The “Jack Welch” Portfolio Algorithm
Jack Welch is one of the most recognizable names in business as the former CEO of General Electric. His skills and leadership in running one of the largest companies in the world have been the source of numerous books and case studies in the business literature. Running such a large corporation like GE that makes investments all over the world and employs tens of thousands of people is so complex for one person that it requires intelligent heuristics to manage effectively. Most certainly these “rules of thumb” that Jack Welch used have proven themselves in the real world. So the question is, what can we learn from Jack about portfolio management?
One of the famous approaches that Jack was known for was to fire the least productive employees in his workforce. In fact, he chose to let go roughly 10% of his workforce each year. His philosophy was slightly more nuanced, and there is a good clip in wikipedia http://en.wikipedia.org/wiki/Vitality_curve that
covers his theory in more detail. Here is a key excerpt:
“Jack Welch’s vitality model has been described as a “20-70-10” system. The “top 20” percent of the workforce is most productive, and 70% (the “vital 70”) work adequately. The other 10% (“bottom 10”) are nonproducers and should be fired. “Rank-and-yank” advocates credit Welch’s rank-and-yank system with a 28-fold increase in earnings (and a 5-fold increase in revenue) at GE between 1981 and 2001.
In Straight from the Gut, Welch says that he asked “each of the GE’s businesses to rank all of their top executives”. Specifically (in accordance with the 20-70-10 model) the top executives were divided into “A”, “B”, and “C” players. Welch admitted that the judgments were “not always precise”.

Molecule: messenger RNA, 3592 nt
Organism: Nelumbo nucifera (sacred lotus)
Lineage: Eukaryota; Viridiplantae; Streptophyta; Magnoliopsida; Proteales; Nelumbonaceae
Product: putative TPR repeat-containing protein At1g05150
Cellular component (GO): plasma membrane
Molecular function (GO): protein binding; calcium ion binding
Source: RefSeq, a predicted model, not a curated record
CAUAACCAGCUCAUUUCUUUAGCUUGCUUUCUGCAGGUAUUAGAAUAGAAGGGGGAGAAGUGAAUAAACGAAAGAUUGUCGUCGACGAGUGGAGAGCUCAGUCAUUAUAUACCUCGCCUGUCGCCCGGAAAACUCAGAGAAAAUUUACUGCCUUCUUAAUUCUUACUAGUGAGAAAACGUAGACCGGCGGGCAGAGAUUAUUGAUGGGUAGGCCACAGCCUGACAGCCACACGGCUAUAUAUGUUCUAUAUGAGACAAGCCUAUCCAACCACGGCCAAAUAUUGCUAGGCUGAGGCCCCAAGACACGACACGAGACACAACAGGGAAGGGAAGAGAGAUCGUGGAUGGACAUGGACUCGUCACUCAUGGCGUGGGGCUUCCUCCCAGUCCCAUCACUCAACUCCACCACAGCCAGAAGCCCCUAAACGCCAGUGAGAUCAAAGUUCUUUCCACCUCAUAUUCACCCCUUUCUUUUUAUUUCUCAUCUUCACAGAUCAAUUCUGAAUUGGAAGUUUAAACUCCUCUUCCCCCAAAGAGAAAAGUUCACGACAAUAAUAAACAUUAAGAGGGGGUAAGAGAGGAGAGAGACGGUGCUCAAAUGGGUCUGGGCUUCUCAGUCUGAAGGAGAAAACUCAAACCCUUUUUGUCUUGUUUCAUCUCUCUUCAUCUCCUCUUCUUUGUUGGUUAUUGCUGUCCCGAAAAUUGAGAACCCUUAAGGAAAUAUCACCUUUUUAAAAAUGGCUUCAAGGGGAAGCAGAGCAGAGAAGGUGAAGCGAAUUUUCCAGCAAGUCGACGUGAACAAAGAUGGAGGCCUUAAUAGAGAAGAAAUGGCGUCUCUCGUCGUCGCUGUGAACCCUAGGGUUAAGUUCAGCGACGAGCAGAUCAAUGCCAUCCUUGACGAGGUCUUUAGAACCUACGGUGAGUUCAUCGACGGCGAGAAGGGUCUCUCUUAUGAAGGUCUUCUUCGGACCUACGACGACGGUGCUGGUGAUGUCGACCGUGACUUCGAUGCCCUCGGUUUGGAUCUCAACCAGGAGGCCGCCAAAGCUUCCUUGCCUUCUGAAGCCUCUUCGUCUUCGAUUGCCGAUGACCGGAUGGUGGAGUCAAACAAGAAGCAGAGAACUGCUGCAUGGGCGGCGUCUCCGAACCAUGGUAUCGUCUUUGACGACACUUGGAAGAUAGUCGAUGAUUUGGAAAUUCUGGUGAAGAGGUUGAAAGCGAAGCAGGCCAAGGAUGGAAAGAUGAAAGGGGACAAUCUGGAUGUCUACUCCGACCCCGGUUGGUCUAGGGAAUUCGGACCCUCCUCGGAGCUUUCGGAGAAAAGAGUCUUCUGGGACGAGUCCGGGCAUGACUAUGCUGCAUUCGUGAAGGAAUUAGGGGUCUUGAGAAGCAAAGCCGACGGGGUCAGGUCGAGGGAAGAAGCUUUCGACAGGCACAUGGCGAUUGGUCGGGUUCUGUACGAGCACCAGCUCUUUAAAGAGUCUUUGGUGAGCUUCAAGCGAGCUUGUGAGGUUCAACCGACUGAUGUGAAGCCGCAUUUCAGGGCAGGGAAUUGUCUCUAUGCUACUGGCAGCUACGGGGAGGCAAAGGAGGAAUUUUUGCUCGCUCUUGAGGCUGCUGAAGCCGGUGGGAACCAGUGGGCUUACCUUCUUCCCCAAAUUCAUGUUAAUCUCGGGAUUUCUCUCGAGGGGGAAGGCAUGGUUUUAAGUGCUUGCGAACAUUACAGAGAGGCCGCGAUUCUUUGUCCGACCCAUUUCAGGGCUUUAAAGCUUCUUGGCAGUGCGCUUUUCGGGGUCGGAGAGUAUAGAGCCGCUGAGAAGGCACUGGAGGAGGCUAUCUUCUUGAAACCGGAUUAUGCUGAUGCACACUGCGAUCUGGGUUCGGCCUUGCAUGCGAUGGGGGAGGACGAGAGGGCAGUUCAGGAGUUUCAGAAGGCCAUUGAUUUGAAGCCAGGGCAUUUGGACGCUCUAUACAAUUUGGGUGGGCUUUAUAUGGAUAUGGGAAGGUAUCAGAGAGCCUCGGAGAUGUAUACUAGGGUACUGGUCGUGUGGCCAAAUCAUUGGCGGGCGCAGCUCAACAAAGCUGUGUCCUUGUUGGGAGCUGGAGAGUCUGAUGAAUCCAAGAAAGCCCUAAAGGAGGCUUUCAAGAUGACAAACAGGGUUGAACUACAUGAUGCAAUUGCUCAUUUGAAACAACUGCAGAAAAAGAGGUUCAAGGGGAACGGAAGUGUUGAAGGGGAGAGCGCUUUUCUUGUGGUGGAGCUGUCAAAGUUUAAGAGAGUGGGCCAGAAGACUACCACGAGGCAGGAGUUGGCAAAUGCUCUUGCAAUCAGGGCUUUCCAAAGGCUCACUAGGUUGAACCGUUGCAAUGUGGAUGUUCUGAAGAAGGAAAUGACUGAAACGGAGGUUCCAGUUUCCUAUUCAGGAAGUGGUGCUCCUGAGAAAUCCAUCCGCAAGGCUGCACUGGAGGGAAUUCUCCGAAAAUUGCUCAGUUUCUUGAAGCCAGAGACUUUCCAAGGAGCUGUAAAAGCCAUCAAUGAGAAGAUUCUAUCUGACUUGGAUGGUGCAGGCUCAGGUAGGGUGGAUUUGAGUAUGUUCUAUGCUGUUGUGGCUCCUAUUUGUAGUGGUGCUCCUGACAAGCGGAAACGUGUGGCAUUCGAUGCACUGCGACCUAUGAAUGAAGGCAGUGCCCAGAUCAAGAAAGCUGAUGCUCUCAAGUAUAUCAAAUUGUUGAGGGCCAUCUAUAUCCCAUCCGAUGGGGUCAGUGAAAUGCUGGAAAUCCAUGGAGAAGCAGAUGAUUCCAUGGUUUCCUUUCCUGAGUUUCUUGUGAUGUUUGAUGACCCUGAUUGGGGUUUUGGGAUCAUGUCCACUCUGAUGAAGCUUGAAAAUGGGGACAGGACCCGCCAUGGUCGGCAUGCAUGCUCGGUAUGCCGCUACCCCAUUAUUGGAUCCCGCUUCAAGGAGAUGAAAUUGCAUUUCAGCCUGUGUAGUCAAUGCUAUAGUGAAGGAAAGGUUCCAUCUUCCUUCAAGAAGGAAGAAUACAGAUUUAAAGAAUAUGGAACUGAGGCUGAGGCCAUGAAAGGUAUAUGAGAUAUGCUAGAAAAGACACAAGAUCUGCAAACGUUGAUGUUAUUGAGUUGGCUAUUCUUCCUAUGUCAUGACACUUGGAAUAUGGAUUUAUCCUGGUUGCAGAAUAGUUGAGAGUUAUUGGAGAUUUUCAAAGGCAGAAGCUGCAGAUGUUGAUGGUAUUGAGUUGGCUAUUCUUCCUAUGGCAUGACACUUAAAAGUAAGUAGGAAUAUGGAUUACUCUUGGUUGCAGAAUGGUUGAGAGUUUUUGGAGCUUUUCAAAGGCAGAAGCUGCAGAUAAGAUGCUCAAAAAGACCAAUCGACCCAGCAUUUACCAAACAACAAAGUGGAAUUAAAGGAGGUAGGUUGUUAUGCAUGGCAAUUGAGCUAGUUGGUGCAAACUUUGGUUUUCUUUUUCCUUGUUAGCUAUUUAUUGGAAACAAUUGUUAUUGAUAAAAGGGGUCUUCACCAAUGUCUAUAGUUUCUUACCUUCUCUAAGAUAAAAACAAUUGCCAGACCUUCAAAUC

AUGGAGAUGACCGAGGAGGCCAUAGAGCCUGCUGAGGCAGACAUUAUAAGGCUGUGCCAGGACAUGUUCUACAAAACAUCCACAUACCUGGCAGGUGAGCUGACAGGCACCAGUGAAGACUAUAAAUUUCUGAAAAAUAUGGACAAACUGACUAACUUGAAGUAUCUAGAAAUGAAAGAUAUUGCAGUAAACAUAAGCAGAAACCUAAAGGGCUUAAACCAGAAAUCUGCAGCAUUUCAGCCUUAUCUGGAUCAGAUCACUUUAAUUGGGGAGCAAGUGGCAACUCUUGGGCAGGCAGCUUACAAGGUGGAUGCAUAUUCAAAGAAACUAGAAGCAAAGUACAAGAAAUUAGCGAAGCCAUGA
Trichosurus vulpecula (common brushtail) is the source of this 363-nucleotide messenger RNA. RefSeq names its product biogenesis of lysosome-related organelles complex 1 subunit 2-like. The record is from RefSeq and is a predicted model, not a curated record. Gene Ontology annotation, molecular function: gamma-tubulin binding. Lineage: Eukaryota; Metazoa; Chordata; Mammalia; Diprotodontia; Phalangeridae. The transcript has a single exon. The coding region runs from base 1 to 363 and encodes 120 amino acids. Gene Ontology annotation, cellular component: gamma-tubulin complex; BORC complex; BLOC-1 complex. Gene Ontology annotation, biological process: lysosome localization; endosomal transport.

Essentially “A” executives were in the top 20% and considered a key value center for the company, “B” employees were the middle 70% and were considered vital but not extraordinary, and 10% were considered to be of little value—“non-producers” in Jack parlance. If there is truth to the theory that this heuristic was critical for GE’s success during his tenure, then there are some lessons to be drawn for portfolio management. The most obvious is that historical performance is predictive of future performance, and thus momentum or relative-strength investing should be effective. Of course this is well-supported in the academic literature. But what is interesting to me is the concept of “firing” C players–or the bottom 10%, and also the concept of considering the B players to be vital to the organization. What this implies is that we should “cut our losers”–a concept validated by “trend-following” and many of the greatest traders of all-time. But the concept of keeping the B players is counter-intuitive, and yet for portfolio management this implies that one should keep most of the middle-performing holdings as a base of diversification to support the top 20%. One can easily see how this can be applied with several different variations as a portfolio algorithm.
As but one of many examples, suppose you started with a diversified basket of 100 stocks. You could overweight the top 20 by 1-year returns (50% of the portfolio), keep a smaller weight in the middle 70 by 1-year returns (50% of the portfolio), and simply cut the remaining 10 stocks at each rebalancing period- say every quarter (0% of the portfolio). Suppose one repeated this process until they were left with 10 stocks or fewer, at this point one could start again with 100 stocks. In theory this method could also function as a “follow-the-leader” algorithm in keeping with the last post. This variant might look at the cumulative performance or a combination of cumulative and rolling performance until you ended up with a handful of stocks. This method of “force-feeding” winners in your portfolio with capital is an approach long-heralded by William O’Neill and other trading legends. While I have not yet tested these variants, I expect to put this simple yet intuitive heuristic algorithm to the test.